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Yoshiro Mori, president of the Tokyo 2020 Olympic Games Organising Committee, speaks in Tokyo on July 17, 2020.

ISSEI KATO/Reuters

The Tokyo Olympics next year will use the same venues and follow an almost identical competition schedule as the one originally planned for this year before the event was postponed owing to the novel coronavirus pandemic, organizers said Friday.

However, organizers told an International Olympic Committee session that it was too early to give details on coronavirus-prevention measures during the Games, or on whether events would be in full or partly-full stadiums or behind closed doors.

The IOC and Japanese government decided in March to postpone the Games until 2021, and organizers have been working to rearrange an event almost a decade in the making.

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The Olympics had been set to begin on July 24 this year.

“Today, we are able to report that we have confirmed both the competition schedule and the use of all venues originally planned for this year, including the venue for the athletes village and the main press centre,” said Toshiro Muto, Tokyo 2020′s chief executive.

The new schedule means women’s softball will get competition under way in Fukushima on July 21, two days before the Games officially open, with all events taking place a day earlier than the 2020 schedule.

There have also been some minor changes to session times.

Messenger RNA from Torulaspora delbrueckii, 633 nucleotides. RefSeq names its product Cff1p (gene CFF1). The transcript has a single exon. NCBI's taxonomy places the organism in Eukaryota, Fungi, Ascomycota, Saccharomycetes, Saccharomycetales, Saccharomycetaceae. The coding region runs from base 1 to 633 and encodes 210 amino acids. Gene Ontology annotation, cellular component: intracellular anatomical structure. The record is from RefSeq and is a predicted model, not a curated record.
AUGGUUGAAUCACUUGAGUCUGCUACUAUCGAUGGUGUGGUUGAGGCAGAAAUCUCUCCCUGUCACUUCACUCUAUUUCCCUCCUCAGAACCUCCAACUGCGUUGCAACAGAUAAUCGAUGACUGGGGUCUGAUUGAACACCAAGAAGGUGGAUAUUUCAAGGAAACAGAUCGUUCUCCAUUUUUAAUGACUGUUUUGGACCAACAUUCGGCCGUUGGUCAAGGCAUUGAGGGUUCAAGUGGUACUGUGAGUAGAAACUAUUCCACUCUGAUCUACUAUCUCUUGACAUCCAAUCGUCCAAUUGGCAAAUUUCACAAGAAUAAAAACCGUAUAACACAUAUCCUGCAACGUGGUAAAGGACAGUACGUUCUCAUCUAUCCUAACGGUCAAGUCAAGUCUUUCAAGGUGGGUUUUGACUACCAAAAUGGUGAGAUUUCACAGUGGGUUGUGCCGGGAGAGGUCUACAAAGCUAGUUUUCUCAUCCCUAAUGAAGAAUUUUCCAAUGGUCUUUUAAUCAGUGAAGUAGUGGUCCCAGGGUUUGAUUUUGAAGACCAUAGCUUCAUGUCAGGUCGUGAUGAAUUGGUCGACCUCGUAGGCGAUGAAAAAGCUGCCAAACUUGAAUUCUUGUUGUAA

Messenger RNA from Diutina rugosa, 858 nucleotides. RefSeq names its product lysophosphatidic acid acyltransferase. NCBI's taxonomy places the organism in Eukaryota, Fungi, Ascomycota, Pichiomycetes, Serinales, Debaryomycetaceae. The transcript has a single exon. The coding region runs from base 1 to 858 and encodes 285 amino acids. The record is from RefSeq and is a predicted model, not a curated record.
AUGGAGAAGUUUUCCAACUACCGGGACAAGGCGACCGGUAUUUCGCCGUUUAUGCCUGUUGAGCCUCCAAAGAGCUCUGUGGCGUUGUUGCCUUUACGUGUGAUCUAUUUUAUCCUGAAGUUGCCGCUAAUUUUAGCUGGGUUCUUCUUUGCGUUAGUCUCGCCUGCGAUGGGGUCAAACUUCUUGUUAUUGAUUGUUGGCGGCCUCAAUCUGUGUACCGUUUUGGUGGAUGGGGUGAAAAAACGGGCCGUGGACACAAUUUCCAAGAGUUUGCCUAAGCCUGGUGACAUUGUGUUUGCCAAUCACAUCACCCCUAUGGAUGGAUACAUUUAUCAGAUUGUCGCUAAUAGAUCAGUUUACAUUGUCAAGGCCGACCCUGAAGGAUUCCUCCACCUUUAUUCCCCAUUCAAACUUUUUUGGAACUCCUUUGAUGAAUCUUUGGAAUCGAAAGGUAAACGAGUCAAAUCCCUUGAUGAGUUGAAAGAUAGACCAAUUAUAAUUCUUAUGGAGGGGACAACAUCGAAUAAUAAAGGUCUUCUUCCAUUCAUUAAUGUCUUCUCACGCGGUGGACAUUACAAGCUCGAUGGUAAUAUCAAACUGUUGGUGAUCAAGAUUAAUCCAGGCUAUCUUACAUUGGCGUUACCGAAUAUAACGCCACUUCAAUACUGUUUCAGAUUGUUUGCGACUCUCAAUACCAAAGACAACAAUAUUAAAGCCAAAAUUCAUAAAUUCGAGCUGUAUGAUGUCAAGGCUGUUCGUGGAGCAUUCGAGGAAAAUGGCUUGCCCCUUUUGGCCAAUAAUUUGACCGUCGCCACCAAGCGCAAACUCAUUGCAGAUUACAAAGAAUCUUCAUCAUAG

The Games are set to be the biggest ever in terms of events, with a record 339 medals available before the closing ceremony on Aug. 8, although organizers say they will be simplified.

Muto said all of the 42 venues have been secured, overcoming one of the biggest hurdles for organizers, as many had already been booked for 2021.

This means the marathon and race-walking events will remain in the northern city of Sapporo after being controversially moved out of Tokyo because of anticipated scorching summer heat.

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One of the biggest questions concerns how many people will be able to travel to the Games and watch the events.

“This is, of course, one of the scenarios we have to look into because this has to do with travel restrictions and quarantine, and it’s too early to tell,” said IOC president Thomas Bach, speaking from the organization’s headquarters in Lausanne.

“We would like to see stadiums full of enthusiastic fans to give them all the opportunity to live the Olympic experience [and] support the athletes, and this is what we are working for,” added Bach, who earlier said he was prepared to stand for re-election next year.

“We cannot address the details yet. ... There cannot be a solution today, this is asking too much.”

John Coates, the head of the IOC’s co-ordination commission, said that securing the venues had been a “massive” task.

“We are talking about venues in different ownership,” he told the session.

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“We are talking also of securing the Olympic village, which has been constructed by a consortium of 11 different companies, who have agreed to put back the date when they will be able to hand over the apartments to the public.”

The next challenge for Tokyo organizers is developing measures to help prevent a COVID-19 outbreak during the Games, and how much the delay will cost Japanese taxpayers.

Muto said decisions would be made on these issues in the fall. “We will be having a full-fledged discussion over COVID-19 countermeasures,” he said.

“But, as an example, the topics and themes we may discuss are immigration control, enhanced testing structures, and the establishment of treatment systems and measures against COVID-19 in the areas of accommodation and transport.”

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